The important thing is to make sure the stores offer a good customer experience.
Les Schwab does not disclose its spending on new stores or remodeling. The company owns its properties wherever it can.
Expanding further from the company's base of operations in rural Oregon presents some logistics challenges, since Les Schwab supplies all 460-plus of its stores throughout nine states from a single distribution center, on the outskirts of Prineville, where company founder Les Schwab opened his first store.
The distance from Prineville to Aurora, Colo., for example, is roughly 1,150 miles.
The distribution hub covers 1 million square feet under roof and dozens of ocean containers placed strategically around the building holding tires and other parts and components used by the stores.
From this location, the company schedules deliveries to most stores twice a week, although some get just one delivery per week, putting the store managers under the gun to place orders accurately and timely, according to Dale Thompson, chief marketing officer.
However, the company has worked out order scheduling for each store based on seasonal variations and accounting for sales specials, Mr. Thompson said. The store manager is responsible for approving or adjusting the orders.
Opening new locations creates opportunities for the dealership's pool of store managers and assistant managers, Mr. Borgman said, since Les Schwab always promotes from within at the store level.
We have a process that's fairly involved to get qualified, he said of the company's store manager selection process. So we have a pool of candidates when we open new locations.
Les Schwab store managers average about seven years at that position, Mr. Borgman said, although there's a measurable pool of managers who have 30-plus years with company and 20-plus years in management.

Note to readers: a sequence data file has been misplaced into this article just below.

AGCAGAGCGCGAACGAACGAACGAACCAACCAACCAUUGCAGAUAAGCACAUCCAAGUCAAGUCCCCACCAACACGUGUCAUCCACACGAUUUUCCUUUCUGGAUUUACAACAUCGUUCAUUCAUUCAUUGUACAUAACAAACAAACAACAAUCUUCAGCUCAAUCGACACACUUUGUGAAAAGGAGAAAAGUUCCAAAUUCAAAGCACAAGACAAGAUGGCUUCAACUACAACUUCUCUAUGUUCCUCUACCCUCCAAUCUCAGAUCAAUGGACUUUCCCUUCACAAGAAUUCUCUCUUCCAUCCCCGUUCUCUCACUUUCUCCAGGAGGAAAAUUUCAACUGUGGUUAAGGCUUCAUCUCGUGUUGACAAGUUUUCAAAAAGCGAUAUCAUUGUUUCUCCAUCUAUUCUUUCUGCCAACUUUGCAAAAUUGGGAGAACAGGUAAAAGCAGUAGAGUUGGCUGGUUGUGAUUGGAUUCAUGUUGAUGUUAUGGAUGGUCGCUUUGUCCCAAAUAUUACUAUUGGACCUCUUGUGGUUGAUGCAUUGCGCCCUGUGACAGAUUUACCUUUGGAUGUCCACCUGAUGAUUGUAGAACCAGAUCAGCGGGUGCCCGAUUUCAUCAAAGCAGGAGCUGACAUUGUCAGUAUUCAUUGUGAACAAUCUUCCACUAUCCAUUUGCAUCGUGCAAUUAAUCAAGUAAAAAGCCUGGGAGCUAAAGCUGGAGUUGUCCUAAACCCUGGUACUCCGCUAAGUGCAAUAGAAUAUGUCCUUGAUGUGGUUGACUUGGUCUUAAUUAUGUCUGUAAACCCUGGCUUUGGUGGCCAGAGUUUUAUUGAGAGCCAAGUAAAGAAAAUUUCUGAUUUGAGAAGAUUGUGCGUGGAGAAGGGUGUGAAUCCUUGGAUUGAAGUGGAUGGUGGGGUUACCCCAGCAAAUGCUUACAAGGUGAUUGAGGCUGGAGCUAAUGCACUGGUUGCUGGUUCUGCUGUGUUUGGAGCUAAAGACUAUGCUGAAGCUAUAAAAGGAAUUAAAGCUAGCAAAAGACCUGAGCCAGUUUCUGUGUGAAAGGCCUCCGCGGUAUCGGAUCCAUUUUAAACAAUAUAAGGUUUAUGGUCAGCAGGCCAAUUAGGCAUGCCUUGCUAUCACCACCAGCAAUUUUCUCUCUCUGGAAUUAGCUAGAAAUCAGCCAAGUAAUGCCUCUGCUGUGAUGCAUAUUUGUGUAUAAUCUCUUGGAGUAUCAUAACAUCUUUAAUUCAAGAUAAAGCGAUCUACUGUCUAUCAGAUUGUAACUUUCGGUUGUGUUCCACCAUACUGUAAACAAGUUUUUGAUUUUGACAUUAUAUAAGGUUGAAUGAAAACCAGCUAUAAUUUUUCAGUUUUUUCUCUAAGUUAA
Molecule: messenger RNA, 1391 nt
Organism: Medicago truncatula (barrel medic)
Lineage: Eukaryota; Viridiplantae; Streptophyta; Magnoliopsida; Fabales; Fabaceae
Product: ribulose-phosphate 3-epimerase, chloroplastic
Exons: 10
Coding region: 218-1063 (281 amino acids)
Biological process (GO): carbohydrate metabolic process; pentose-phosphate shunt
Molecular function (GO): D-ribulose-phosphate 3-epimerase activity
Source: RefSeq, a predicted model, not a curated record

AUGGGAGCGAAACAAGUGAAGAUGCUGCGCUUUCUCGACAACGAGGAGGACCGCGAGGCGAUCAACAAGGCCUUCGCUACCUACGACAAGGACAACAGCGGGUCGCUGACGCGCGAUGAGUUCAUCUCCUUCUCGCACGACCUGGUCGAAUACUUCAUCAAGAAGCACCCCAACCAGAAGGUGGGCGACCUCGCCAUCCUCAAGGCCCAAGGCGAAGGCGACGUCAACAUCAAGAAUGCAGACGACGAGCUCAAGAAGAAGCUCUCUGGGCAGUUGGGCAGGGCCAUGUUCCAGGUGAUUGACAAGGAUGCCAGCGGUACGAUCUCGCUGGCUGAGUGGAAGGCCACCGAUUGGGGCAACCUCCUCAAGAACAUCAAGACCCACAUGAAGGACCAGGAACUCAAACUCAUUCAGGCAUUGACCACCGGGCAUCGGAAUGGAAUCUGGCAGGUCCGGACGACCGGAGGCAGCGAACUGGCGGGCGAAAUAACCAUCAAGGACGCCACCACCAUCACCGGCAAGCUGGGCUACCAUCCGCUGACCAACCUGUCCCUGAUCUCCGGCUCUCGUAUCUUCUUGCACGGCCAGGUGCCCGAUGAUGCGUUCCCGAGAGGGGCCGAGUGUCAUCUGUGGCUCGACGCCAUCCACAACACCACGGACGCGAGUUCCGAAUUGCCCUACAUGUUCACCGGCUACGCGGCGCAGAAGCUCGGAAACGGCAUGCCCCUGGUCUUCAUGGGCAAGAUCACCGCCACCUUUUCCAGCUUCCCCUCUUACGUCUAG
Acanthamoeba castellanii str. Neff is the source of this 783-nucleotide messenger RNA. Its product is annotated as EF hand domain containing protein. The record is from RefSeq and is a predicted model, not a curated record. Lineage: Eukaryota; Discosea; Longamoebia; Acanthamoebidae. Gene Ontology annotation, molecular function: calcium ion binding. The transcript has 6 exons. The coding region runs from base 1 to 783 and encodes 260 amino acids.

Mr. Borgman said Les Schwab has relatively little turnover in the store management, a company strength he attributed to the firm's significant profit-sharing policy and other benefits.
The company's website states new employees can apply for the firm's management training program after two years in a sales and service position. Program graduates can go on to become assistant store managers and eventually store managers.
The company's recruiting video pitches prospective employees with: Join for a job. Stay for a career.
To date, the dealership has one female store manager, Jenny McCool, who's managed the new-look store in Portland's Sellwood district for the past four years.
Les Schwab was the subject of an Equal Employment Opportunity Commission (EEOC) investigation a decade ago that resulted in the dealership paying a $2 million settlement in 2010 and agreeing to provide anti-discrimination training for all its managers, assistant managers and employees.
Reflecting on that case, Mr. Borgman said Les Schwab's recruitment policy is to seek the best employees possible, male or female. We recruit actively from lots of areasfrom auto training schools, references from current employees, etc.
The idea is we want to reflect the community with our employee base.... At least half of our customer base is female, he said, noting that auto service is not an area that immediately stands out to most females that it's something they want to do.
But we've been fortunate, we have a lot of females in various roles. We're hoping they'll move up to store management.
Store managers are the face and backbone of the company, Mr. Borgman said, and responsible for ensuring that their store is an integral part of the community. Store managers, for example, choose which charitable endeavors their outlets will support.
Total employment throughout the company is more than 7,000. Sales revenue in 2015 checked in at $1.78 billion, split roughly 80/20 retail/commercial.
For now, Washington and Oregon remain the company's bedrocks, with 125 and 100 stores, respectively, but California is moving rapidly toward 100 stores as well.
Mr. Borgman has been with Les Schwab for 26 years, joining the dealership in 1990 as general counsel after 10 years as a partner with a law firm. He was promoted to senior executive vice president of administration in 2002 and president of Les Schwab Holding Co. in 2006, the first person other than company founder Les Schwab to hold that position.
He succeeded Phil Wick as chairman in 2009.